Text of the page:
You are here

Feedbacks across trophic levels stall restoration

Date: September 30, 2021

Common restoration practices lead to low diversity ecosystems that are resilient to change.

Koa trees with a blanket of grass underneath.
Acacia koa restoration forest with an alien grass understory, 30 years post planting.
Planting old pastures with the native tree Acacia koa is a common forest restoration strategy in Hawaii. The goals of this strategy are to shade out alien grasses, attract birds that disperse native seeds, and lead to secondary succession with little further management input. Often, however, there is no secondary succession, leading to the question of whether restoration forests are resilient to change.

This resilience could be caused by multiple processes: feedbacks between birds, seeds, and understory (seed limitation), understory and germination habitats (establishment limitation), or a combination of the two. A lack of food (i.e. fruit) and suitable habitat (i.e. structure) often discourages birds from visiting degraded sites. Because birds disperse seeds that are critical for tree and understory plant recruitment, this lack of bird visitation can lead to reinforcement of a degraded state. In addition, in degraded tropical forests, suitable germination sites are often limited by the presence of highly competitive exotic pasture grasses, which can stall natural forest regeneration even when seed dispersal occurs.

We explored the influence of both of these processes on the capacity for natural understory regeneration in Hawaiian forests. We quantified bird-mediated seed rain (deposition) under canopy trees along transects spanning intact, fragmented, and restoration forests. We also established plots around focal overstory trees to measure abundance of fruiting understory species and ground cover (e.g., exotic grass, moss), and we obtained estimates of bird density to evaluate the contribution of each of these factors to seedling abundance. We also used a seed addition/grass removal experiment to directly compare the influence of seed rain and ground cover. We found evidence of multiple feedbacks that reinforced the current state of each forest type.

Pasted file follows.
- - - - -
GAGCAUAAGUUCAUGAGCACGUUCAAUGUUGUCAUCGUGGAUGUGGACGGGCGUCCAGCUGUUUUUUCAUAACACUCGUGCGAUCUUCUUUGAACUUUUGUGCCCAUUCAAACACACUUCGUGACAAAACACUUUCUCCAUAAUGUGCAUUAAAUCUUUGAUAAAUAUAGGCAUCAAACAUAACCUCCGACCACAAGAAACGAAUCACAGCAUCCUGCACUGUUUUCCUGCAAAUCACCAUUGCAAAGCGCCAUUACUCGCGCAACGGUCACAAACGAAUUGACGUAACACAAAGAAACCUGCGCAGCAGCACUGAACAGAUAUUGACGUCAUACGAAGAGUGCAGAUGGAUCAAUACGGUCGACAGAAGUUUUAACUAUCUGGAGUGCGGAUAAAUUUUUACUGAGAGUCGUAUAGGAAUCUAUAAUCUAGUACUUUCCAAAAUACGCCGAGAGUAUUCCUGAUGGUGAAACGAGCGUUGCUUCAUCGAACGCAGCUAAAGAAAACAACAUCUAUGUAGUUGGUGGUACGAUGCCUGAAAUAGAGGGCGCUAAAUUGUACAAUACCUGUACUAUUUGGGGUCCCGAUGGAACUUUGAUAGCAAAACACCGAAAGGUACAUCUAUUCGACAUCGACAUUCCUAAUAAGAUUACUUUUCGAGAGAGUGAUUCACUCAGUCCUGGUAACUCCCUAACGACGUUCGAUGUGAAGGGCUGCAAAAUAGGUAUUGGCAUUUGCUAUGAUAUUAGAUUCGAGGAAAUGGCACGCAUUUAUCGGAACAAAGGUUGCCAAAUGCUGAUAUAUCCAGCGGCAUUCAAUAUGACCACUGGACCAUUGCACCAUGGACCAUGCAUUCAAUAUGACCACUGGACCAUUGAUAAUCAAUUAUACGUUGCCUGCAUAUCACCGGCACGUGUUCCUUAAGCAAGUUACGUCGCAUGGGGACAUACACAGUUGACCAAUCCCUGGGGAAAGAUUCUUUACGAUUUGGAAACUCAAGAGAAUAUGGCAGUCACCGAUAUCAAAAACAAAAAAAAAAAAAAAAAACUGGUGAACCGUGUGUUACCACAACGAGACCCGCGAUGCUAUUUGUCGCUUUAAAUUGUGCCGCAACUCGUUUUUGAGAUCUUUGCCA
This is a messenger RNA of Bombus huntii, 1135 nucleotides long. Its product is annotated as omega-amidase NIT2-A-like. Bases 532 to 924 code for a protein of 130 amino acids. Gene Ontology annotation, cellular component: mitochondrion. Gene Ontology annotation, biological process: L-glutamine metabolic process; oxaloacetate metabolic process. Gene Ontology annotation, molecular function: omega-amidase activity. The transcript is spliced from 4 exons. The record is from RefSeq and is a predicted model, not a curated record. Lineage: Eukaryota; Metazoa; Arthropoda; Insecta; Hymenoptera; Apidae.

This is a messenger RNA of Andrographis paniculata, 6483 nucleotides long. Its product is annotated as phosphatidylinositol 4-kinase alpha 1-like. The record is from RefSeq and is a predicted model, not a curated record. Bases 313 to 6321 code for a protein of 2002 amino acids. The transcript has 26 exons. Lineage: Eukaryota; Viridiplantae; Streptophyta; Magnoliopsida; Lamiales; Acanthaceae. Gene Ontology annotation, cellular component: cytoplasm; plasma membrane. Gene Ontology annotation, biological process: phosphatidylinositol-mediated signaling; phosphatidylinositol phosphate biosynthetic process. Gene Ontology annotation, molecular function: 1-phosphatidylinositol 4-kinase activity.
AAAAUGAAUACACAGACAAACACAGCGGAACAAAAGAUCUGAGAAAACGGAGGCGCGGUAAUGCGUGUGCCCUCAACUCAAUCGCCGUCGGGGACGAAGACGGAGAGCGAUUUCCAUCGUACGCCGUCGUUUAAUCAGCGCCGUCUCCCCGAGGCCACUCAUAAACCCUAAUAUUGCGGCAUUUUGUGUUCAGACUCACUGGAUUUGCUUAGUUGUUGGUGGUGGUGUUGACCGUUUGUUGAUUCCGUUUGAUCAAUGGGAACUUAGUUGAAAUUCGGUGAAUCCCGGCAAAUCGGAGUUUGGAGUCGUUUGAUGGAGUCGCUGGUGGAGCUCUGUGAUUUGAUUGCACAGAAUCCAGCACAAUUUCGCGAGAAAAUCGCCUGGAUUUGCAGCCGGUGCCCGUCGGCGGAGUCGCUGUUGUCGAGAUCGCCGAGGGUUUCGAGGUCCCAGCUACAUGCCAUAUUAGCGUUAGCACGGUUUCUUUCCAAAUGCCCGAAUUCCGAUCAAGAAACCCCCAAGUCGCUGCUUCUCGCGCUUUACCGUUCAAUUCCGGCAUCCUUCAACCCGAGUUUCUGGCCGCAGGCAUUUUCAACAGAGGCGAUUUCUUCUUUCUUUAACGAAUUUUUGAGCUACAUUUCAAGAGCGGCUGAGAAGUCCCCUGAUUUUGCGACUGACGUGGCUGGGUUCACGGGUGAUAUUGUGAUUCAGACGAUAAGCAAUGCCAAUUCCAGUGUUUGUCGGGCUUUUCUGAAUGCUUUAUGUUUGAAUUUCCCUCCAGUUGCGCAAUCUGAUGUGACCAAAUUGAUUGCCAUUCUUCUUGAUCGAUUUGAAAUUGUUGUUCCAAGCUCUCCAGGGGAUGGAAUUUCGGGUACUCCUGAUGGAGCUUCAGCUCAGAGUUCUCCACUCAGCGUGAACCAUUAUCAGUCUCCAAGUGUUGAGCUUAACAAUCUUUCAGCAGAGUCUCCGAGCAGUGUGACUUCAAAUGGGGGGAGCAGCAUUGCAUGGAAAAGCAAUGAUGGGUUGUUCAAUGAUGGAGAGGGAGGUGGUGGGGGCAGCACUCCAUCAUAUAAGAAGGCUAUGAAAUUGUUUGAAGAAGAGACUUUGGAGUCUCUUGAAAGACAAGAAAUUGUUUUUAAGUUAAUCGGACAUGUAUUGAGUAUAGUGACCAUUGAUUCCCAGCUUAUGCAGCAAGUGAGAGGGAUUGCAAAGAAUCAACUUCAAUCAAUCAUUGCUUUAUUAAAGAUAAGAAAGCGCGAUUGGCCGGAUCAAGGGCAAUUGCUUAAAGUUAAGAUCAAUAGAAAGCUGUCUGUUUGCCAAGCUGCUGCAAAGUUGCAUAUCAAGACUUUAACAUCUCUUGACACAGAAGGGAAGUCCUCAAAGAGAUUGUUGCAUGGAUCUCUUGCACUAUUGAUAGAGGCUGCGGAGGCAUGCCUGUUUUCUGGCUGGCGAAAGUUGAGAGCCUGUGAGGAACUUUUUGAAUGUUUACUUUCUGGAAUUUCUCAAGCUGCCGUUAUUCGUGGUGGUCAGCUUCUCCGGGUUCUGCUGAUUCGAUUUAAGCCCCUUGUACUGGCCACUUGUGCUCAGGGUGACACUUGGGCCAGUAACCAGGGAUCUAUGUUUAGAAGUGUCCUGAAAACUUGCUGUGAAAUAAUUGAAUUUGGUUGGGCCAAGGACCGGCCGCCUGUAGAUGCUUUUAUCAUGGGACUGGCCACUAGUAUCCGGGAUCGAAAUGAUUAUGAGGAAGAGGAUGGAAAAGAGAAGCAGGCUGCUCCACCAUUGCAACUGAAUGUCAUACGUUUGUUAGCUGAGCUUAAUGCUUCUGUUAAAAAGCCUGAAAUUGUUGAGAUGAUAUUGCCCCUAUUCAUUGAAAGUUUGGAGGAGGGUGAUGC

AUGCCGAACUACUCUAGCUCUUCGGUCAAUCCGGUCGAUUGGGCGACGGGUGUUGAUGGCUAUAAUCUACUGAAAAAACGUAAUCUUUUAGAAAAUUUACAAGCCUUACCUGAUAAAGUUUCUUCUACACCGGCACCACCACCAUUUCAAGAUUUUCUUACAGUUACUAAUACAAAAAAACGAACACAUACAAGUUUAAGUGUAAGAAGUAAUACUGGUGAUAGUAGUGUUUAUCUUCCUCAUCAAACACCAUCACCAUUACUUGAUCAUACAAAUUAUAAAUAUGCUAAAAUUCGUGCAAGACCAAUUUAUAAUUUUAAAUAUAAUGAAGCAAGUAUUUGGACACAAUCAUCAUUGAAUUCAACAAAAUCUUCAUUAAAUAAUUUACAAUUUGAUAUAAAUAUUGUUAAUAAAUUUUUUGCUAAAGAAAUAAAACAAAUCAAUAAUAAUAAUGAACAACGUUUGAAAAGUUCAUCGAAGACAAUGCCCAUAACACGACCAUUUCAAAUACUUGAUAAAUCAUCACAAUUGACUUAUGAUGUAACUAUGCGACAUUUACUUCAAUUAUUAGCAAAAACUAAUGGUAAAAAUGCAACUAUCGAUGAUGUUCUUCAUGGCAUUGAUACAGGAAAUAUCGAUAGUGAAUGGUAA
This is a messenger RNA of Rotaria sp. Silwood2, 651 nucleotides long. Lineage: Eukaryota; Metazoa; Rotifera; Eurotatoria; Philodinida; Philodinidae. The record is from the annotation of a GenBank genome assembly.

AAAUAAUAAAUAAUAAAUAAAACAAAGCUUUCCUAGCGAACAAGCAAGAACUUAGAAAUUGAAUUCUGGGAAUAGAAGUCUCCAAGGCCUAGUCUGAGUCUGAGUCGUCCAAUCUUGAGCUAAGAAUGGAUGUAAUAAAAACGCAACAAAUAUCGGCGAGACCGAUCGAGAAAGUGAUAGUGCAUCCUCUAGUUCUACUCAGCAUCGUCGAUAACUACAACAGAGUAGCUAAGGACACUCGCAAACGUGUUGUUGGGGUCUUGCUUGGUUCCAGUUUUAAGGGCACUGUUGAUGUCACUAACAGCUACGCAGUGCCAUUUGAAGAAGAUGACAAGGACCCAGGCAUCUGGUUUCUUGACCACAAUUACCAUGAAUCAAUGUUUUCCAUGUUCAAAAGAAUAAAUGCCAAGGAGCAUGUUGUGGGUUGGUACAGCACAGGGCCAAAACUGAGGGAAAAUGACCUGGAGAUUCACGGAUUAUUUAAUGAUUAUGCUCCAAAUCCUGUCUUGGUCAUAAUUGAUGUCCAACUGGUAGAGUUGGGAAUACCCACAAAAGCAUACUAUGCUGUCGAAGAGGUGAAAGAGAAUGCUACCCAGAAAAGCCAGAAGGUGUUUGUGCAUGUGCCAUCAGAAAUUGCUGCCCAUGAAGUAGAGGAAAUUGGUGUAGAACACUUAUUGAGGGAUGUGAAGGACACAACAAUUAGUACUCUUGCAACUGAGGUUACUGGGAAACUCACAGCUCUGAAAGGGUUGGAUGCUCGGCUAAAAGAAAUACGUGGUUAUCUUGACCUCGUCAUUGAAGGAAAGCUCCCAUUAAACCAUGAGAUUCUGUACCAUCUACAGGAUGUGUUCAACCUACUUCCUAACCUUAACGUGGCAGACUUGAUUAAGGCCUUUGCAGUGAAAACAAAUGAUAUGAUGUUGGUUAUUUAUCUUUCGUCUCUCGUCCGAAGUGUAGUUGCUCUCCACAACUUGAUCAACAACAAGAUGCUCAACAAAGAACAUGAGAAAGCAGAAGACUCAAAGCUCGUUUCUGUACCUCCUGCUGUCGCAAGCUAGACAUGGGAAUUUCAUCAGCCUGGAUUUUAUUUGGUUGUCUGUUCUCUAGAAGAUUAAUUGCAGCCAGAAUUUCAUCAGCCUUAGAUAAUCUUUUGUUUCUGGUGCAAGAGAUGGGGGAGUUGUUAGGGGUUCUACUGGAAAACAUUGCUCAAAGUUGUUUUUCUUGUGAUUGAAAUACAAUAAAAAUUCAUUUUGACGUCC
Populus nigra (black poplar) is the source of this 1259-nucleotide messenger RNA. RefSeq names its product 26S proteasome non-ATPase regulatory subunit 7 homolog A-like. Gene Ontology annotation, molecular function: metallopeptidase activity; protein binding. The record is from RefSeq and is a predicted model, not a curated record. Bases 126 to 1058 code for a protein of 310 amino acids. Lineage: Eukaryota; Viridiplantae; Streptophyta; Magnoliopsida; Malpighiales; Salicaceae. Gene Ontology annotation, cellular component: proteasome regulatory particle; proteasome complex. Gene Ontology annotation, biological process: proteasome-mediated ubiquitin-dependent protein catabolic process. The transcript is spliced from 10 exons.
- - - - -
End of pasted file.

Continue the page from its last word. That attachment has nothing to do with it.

Key Findings

  • A diagram showing the interactions of birds, seedrain, Koa, Ohi'a, exotic grass, understory, and germination substrate in intact and restoration forests.
    The direction, nature, and intensity (line thickness) of trophic relationships are shown in this diagram, as well as the importance of each factor (box grayscale).
    Acacia koa restoration forests with an alien, invasive grass understory are resilient to change due to multiple feedbacks.
  • Alien grasses benefit from Acacia koa’s high light and nitrogen understory habitat, which then keep other native woody species from recruiting in, reinforcing the low diversity state of restoration areas.
  • The lack of native fruiting understory in Acacia koa restoration forests leads to lower density of fruit-eating bird species that would otherwise disperse seeds into these areas, reinforcing a lack of seed rain and secondary succession.
  • Intact forests with diverse species assemblages have both the seed rain of native species and abundance of hospitable germination habitats to maintain native regeneration and remain resilient to change.

Featured Publications

Principal Investigators: 
Principal Investigators - External: 
Eben Paxton - US Geological Survey
Eli Rose - Insights into Ecology
External Partners: 
US Fish and Wildlife, Hakalau Forest National Wildlife Refuge
US Geological Survey, Pacific Island Ecosystems Research Center